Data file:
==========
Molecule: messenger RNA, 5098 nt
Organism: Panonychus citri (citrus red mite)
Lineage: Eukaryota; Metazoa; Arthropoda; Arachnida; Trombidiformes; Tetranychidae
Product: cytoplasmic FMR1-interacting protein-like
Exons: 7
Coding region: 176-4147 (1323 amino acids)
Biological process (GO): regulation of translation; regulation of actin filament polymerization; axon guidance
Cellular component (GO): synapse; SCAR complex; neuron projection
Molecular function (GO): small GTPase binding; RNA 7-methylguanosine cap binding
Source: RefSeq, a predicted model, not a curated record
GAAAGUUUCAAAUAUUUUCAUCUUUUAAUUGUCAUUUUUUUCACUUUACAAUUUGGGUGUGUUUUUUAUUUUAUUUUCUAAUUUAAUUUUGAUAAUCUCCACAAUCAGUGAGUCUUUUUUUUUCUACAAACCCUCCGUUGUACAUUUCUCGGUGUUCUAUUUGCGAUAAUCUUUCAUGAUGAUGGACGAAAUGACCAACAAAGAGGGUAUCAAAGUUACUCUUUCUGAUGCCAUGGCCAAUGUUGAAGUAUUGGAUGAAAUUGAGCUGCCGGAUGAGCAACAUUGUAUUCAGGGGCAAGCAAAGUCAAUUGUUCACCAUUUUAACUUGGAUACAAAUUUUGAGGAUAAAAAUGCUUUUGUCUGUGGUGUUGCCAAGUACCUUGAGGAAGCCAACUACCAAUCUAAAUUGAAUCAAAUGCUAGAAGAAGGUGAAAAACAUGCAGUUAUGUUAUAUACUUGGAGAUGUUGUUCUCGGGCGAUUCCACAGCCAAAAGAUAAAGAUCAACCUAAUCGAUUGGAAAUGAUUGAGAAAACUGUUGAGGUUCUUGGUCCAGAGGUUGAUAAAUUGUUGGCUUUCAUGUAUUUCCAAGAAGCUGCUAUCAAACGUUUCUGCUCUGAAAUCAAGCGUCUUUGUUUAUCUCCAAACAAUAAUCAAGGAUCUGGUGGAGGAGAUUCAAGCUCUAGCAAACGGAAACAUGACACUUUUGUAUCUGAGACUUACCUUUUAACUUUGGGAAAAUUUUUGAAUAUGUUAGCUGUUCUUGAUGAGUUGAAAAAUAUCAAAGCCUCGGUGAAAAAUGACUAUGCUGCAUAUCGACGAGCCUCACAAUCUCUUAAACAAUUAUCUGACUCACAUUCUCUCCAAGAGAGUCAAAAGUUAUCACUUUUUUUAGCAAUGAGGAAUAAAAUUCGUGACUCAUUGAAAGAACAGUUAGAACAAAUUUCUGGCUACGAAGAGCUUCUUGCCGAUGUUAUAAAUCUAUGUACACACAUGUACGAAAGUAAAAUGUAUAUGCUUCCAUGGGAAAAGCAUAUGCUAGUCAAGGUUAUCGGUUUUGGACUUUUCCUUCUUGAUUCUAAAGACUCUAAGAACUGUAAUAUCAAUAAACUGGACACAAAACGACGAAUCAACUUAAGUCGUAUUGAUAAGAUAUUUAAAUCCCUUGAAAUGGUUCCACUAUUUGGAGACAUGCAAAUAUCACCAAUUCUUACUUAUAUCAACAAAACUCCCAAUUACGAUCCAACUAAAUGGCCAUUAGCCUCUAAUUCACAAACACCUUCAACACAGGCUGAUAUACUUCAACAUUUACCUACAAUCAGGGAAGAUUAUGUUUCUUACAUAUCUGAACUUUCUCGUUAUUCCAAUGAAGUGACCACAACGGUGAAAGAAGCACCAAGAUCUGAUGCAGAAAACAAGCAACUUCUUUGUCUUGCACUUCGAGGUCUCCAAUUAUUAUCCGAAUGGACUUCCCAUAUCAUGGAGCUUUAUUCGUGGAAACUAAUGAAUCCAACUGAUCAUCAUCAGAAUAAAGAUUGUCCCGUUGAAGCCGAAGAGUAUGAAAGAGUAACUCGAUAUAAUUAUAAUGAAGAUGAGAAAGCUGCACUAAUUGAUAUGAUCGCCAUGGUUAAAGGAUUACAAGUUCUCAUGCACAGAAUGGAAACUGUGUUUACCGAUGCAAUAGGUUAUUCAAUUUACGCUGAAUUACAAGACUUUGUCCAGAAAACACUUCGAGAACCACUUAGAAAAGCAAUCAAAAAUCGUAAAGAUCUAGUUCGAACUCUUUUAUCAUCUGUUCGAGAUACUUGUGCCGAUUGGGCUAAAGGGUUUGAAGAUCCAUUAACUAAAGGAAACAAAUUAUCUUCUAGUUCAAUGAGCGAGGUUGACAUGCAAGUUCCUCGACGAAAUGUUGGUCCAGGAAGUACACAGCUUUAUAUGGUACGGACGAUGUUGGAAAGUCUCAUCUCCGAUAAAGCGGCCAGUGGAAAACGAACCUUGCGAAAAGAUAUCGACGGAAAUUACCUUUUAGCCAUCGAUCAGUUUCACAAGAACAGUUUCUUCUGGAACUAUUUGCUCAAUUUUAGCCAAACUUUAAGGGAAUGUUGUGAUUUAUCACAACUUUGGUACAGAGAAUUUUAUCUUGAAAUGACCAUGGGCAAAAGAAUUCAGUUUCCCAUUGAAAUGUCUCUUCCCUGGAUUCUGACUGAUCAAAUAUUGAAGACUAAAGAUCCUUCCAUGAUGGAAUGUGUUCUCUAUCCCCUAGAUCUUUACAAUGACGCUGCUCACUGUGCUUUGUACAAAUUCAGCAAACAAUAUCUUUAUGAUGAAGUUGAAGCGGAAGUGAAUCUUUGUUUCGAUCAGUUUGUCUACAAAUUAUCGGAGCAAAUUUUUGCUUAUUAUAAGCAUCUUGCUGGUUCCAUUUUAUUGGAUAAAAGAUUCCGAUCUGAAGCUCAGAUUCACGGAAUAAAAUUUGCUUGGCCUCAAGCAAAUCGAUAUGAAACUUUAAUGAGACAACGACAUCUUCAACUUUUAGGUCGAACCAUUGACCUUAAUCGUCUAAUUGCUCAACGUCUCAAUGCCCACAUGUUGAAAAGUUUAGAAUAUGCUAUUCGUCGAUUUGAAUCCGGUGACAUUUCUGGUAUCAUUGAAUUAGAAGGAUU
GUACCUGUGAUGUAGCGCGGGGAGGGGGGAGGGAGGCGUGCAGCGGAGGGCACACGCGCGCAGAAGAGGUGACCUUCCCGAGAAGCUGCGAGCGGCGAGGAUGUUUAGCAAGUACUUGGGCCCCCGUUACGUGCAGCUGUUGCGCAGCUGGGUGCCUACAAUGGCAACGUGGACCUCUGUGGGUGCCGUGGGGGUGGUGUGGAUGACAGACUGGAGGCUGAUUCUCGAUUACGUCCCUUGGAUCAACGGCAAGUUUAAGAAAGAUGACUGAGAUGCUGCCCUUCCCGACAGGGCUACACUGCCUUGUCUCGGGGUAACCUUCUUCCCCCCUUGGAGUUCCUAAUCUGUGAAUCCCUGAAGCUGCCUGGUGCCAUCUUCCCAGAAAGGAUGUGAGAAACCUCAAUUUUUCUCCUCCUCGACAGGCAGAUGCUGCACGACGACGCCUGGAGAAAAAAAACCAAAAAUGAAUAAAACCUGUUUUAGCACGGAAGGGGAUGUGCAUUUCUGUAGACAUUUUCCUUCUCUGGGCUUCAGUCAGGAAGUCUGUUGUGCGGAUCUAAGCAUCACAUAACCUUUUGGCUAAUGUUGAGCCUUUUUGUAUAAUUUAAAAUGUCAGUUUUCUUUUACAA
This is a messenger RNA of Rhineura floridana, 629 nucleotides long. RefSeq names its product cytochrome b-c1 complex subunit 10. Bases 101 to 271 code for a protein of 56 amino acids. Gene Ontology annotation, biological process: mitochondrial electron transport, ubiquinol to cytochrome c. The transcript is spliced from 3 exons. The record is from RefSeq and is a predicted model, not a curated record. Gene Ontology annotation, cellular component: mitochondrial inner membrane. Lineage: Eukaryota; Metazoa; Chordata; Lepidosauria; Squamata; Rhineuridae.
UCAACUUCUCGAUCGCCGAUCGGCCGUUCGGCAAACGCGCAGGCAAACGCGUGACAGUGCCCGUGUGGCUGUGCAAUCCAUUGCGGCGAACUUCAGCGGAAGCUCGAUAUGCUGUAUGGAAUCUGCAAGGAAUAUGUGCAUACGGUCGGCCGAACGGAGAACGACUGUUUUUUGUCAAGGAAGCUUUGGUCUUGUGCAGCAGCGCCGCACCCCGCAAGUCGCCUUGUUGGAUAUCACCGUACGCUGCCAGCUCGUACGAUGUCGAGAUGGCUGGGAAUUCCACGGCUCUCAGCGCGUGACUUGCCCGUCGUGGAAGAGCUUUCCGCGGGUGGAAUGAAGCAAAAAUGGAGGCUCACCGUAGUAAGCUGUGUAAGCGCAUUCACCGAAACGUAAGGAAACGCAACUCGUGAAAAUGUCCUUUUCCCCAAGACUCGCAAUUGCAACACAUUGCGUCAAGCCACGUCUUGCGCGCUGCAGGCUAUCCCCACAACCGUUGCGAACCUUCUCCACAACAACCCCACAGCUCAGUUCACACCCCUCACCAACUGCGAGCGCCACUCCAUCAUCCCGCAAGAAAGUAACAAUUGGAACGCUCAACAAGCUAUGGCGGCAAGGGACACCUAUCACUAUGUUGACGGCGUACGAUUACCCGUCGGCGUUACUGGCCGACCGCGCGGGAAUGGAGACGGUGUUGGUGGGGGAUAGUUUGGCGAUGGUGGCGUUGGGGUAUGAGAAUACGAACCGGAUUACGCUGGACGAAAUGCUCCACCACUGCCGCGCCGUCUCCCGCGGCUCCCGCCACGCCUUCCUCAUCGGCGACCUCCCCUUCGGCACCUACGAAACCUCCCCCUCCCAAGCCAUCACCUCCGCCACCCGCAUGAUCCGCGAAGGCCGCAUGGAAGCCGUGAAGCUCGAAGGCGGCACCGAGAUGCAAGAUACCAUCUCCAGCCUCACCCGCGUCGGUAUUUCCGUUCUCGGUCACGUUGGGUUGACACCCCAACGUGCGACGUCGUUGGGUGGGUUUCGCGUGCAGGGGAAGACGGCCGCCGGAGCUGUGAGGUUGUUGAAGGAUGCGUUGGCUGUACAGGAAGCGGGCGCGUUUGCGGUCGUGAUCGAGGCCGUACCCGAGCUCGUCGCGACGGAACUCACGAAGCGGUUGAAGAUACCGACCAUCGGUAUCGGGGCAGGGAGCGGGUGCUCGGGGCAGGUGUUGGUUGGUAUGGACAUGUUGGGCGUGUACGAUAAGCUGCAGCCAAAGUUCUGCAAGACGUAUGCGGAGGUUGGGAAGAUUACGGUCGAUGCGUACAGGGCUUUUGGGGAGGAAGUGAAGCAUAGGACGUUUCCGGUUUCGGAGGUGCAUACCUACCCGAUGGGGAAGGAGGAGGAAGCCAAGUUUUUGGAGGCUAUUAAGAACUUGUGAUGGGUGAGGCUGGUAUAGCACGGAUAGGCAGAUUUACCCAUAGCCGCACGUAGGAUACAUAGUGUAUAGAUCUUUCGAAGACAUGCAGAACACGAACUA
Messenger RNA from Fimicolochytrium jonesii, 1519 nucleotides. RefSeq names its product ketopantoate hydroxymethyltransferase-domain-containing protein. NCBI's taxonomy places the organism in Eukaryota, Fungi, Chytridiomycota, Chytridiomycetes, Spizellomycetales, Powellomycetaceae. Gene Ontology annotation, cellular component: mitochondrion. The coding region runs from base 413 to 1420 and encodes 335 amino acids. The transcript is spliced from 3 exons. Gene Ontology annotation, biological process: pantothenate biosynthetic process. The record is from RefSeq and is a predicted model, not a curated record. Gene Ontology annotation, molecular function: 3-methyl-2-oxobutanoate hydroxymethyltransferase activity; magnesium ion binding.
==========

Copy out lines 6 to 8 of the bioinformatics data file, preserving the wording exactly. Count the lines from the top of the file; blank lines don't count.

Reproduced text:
Coding region: 176-4147 (1323 amino acids)
Biological process (GO): regulation of translation; regulation of actin filament polymerization; axon guidance
Cellular component (GO): synapse; SCAR complex; neuron projection